This document provides a mid-month update on major developments between the publication of UNHCR’s monthly Operational Update
■ UNHCR and its partner CNR launched the distribution of individual biometric ID cards to an estimated 966 Central African refugees in Inke camp, Nord Ubangi Province. Beneficiaries are youths who turned 12 by June, and refugees who did not receive IDs during the last distribution. In August 2018, a first distribution took place, but was interrupted by technical difficulties. This second phase will ensure that refugees who did not receive ID cards in 2018 are able to receive them.
■ UNHCR’s partner ADSSE distributed several tonnes of clothes, donated by Japanese brand UNIQLO, to 945 Central African refugees in Mole camp, as well as in out-of-camp locations in Sud Ubangi Province. Beneficiaries included 649 persons with specific needs. Several tonnes of clothes were also donated to host community members in the refugee-hosting locality of Monzo.
■ UNHCR’s partner ADSSE distributed 380 benches to primary schools in Inke camp and in the refugee-hosting locality of Nzakara, Nord Ubangi Province. The benches will improve learning conditions for both Central African refugees and Congolese pupils, who used to sit on rocks or tree branches to follow lessons.
■ In the context of Congolese refugees’ spontaneous return from Angola, UNHCR started verifying their refugee status at the Kalamba Mbuji border crossing point. As of 12 September, 8,811 people (2,197 households) had been verified and the exercise was ongoing. As of 13 September, the Governor of Kasai Central Province informed UNHCR that an estimated 7,000 spontaneous returnees had been relocated from Kalamba Mbuji to Kananga, Kasai Central Province. Since then, a majority were relocated again to Nkanji, nearby Kananga.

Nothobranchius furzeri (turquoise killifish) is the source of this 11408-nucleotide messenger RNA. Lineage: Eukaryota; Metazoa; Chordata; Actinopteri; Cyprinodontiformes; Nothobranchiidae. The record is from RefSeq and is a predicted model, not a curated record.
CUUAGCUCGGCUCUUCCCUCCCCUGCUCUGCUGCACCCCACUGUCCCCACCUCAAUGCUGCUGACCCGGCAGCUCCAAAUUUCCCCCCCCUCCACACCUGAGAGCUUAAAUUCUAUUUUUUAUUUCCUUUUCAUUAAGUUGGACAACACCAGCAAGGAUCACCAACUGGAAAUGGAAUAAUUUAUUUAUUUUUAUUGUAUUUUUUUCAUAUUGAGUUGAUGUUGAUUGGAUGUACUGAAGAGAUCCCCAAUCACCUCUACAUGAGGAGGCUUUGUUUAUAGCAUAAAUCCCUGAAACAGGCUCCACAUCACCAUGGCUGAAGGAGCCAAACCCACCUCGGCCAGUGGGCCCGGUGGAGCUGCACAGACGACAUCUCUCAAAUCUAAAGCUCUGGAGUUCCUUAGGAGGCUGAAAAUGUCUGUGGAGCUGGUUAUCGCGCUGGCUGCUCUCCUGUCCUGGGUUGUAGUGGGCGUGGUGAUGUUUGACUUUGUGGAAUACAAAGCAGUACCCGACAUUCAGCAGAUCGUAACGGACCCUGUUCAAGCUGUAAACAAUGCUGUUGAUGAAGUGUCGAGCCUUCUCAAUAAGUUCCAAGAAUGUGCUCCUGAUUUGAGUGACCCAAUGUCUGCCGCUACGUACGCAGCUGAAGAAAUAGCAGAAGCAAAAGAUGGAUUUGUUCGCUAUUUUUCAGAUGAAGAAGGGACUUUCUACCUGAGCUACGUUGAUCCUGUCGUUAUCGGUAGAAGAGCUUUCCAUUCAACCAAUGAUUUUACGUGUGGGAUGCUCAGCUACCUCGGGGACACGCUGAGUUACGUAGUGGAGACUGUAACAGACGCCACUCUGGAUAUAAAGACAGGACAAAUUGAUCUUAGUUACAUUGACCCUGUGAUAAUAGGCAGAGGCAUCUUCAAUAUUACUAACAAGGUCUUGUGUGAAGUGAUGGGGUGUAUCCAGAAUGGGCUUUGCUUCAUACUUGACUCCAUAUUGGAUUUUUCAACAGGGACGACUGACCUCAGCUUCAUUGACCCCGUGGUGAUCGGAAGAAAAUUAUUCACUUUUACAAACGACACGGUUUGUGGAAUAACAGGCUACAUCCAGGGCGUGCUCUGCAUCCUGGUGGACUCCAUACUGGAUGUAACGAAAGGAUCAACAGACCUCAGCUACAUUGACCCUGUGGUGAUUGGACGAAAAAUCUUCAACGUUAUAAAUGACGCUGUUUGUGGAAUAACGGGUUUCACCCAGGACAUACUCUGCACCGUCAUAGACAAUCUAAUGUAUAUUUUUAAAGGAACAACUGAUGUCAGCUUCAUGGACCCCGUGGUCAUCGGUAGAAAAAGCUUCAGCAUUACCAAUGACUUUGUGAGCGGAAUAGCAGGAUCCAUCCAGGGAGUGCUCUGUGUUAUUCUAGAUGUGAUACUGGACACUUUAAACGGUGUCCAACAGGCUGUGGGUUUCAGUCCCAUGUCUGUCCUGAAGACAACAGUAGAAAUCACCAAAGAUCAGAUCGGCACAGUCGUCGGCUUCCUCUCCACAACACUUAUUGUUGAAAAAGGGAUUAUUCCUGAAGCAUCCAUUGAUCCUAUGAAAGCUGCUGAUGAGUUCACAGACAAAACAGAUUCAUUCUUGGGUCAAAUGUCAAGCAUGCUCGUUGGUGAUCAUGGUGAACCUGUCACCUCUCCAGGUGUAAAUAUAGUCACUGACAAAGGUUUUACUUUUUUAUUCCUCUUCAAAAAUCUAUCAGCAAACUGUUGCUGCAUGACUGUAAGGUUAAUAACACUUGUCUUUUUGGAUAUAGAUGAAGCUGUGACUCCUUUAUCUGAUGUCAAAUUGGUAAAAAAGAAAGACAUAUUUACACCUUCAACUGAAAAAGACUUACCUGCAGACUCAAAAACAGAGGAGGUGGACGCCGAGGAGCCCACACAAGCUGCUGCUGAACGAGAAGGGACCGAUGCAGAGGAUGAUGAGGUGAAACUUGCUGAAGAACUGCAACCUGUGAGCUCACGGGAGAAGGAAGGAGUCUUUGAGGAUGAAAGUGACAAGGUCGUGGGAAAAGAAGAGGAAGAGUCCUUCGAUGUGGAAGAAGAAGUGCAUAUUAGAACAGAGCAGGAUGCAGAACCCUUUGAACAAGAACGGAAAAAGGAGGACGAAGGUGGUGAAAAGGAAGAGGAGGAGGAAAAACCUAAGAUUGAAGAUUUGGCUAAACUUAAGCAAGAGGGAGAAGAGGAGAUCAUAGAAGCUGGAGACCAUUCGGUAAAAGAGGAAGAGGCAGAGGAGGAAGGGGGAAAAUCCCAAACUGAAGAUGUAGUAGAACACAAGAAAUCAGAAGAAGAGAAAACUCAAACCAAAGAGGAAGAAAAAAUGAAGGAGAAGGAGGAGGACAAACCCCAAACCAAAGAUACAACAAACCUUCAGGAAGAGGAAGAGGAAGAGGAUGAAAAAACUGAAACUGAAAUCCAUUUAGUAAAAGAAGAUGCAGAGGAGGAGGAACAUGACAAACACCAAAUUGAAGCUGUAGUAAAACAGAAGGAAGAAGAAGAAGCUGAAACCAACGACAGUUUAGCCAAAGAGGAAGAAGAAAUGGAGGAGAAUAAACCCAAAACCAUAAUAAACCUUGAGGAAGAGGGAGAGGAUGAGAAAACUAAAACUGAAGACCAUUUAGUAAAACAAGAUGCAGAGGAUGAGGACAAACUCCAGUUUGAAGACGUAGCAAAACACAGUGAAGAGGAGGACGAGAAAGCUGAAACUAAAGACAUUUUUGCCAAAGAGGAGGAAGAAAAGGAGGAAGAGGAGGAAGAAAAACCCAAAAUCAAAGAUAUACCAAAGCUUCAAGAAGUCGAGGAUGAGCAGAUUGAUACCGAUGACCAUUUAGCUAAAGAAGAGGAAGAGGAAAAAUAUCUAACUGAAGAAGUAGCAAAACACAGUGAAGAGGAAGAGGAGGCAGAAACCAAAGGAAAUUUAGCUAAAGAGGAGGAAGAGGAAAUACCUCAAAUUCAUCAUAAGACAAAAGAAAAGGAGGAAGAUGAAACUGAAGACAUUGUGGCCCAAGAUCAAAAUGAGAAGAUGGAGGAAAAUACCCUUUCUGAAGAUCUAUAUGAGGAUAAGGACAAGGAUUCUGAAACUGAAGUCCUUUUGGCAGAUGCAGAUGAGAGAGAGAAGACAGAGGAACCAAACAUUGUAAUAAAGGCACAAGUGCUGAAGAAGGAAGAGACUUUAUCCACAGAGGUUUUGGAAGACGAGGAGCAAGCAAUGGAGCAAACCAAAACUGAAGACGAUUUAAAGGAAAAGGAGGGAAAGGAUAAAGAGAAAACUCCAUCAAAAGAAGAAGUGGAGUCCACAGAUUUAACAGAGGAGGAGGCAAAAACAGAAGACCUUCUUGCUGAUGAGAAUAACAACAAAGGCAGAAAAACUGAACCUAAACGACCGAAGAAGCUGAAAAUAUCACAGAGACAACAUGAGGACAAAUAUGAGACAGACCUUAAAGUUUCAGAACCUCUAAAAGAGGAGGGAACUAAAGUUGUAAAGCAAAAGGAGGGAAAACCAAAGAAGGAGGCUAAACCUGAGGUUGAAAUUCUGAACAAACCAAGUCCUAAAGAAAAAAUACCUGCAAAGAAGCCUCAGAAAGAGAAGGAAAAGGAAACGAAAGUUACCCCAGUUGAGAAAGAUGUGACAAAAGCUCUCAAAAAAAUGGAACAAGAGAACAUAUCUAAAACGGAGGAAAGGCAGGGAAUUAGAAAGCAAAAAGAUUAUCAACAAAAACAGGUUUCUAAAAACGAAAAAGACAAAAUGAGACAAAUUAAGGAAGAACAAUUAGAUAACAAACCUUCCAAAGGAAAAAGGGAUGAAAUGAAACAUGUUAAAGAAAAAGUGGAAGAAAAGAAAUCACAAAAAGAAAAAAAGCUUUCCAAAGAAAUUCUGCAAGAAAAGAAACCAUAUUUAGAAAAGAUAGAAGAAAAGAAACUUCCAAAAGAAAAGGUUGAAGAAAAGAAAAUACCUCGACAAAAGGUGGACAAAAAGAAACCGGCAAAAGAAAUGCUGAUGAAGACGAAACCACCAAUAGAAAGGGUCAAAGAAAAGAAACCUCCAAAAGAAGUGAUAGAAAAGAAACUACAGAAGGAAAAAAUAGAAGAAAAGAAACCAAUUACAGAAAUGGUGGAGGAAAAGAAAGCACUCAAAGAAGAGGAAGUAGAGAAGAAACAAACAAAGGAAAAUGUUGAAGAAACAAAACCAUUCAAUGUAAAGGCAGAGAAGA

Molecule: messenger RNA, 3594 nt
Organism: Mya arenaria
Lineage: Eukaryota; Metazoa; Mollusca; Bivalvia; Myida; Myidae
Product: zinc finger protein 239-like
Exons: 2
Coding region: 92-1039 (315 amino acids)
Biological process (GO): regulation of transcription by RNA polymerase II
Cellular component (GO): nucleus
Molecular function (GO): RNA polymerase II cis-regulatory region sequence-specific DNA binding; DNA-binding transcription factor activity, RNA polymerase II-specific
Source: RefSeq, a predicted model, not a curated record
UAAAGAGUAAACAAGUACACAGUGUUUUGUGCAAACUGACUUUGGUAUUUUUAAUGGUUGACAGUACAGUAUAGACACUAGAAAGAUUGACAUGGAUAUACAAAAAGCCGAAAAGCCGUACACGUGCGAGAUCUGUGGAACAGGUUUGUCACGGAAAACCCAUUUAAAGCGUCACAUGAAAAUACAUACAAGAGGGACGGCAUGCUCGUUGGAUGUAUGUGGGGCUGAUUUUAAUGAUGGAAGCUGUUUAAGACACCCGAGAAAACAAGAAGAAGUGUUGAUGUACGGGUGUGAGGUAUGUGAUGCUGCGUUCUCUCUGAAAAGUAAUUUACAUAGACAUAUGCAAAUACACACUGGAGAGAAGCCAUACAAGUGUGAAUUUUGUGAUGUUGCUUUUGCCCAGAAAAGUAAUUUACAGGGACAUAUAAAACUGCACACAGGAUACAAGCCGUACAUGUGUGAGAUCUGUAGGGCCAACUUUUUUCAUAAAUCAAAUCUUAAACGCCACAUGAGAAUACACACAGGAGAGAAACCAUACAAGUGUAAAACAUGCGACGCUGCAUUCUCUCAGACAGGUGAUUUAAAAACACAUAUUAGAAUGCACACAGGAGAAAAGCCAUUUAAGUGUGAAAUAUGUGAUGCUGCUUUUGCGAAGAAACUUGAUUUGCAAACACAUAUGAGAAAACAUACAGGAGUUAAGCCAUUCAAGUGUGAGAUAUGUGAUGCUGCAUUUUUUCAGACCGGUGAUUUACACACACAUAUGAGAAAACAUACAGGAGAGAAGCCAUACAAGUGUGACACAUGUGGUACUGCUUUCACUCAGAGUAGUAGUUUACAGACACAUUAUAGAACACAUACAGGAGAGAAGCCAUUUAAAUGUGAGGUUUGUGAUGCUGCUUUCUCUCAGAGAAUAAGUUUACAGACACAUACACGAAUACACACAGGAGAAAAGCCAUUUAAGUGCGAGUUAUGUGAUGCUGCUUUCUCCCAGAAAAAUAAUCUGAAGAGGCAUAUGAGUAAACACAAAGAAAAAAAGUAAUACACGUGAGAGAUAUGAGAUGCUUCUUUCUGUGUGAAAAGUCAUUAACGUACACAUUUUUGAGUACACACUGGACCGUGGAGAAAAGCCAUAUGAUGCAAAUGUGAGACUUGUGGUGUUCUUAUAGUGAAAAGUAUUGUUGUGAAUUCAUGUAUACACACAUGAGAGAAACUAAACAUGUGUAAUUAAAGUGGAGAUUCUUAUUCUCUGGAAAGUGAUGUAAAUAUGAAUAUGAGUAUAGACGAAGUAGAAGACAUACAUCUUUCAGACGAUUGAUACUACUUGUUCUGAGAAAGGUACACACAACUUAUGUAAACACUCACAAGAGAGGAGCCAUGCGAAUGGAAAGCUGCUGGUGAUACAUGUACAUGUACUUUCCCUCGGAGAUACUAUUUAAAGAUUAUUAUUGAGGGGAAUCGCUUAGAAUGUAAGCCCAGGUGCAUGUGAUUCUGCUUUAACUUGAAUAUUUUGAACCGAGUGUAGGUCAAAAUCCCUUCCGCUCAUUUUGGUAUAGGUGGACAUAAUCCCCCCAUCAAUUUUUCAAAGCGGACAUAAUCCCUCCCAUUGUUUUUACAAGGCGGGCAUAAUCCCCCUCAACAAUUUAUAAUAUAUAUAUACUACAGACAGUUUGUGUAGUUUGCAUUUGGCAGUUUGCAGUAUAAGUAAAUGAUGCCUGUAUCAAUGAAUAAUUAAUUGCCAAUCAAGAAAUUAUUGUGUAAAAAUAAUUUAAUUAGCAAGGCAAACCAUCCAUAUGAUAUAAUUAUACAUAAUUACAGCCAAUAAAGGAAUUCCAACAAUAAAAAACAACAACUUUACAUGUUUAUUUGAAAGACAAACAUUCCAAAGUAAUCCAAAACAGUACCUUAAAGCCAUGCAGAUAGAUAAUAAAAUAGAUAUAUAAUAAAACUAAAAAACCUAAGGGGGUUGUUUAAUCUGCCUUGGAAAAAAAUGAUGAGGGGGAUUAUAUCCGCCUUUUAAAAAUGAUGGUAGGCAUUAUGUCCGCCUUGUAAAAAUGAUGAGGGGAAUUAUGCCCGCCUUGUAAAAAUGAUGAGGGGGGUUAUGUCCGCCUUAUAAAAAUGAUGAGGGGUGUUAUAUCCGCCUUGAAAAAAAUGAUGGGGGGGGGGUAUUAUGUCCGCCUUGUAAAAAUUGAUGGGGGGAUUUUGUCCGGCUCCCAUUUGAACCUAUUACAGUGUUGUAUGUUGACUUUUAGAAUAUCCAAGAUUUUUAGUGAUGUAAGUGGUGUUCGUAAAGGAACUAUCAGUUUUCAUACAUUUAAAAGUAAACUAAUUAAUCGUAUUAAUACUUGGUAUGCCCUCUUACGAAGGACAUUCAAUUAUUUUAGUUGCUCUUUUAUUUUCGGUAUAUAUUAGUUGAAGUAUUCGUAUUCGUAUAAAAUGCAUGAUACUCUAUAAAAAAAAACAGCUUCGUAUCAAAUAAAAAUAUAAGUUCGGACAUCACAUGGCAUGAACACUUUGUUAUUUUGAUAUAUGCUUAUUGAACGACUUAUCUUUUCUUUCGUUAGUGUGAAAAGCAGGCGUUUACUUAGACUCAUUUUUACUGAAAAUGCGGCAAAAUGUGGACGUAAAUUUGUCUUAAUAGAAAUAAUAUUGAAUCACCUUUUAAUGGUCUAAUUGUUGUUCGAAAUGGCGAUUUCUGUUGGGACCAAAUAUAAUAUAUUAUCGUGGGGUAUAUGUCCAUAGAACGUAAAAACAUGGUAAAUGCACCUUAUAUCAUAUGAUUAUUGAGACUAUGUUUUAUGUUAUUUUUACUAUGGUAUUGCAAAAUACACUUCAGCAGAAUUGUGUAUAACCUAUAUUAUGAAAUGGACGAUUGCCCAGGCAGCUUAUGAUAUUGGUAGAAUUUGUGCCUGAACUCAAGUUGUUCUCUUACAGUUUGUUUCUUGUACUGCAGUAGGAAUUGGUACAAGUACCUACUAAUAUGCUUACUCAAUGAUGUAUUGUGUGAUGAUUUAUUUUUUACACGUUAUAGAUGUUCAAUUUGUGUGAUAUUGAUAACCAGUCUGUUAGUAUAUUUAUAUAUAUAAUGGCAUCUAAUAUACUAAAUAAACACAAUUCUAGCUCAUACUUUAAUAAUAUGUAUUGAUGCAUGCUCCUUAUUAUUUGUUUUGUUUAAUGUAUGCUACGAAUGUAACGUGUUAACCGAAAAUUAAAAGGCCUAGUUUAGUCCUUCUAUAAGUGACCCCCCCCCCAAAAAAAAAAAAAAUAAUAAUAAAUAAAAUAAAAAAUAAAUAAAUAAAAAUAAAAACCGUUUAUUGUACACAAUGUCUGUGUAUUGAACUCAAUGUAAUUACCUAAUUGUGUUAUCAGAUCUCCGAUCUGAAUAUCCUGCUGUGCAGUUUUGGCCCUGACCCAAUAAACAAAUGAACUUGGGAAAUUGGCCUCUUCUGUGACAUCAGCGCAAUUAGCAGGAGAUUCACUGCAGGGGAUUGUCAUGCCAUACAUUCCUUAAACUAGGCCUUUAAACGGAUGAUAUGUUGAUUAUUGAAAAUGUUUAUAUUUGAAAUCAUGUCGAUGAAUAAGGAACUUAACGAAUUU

■ UNHCR was concerned by the sanitary conditions for returnees arriving in Kananga, the provincial capital of Kasai Central Province, who were staying at the Notre Dame church building. There were insufficient latrines and insufficient clean water. On 13 September, returnees demonstrated to request assistance, following the death of a 56 year-old woman returnee.
■ In preparation for organized repatriations from Angola, UNHCR completed 5 hangars, 5 blocks of latrines and 6 blocks of showers in the Kalamba Mbuji Transit Center, as of 13 September. The returnees are set to transit through this point during the organized repatriations, to receive a meal and use showers and latrines. In parallel, as of 13 September, UNHCR built 72 latrines and 68 showers in a spontaneous site in Kalamba Mbuji, to improve sanitary conditions for the spontaneous returnees.
Internally Displaced Persons (IDPs)
■ In Ituri Province, clashes continued in the first half of September, leading to further displacements. In May and June, a massive wave of displacement had already displaced 360,000 people, according to OCHA. Between 6 and 13 September, there was a 40% increase the number of human rights violations reported, compared to the previous week. Killings (9), lootings, abductions of children and of displaced people (40), and rapes of women and young girls (10), were perpetrated by armed groups and non-identified armed men in Djugu, Mambasa, and Mahagi territories. Four girl survivors were referred to medical facilities for emergency management and were provided Post Exposure Prophylaxis (PEP) kits within 72 hours.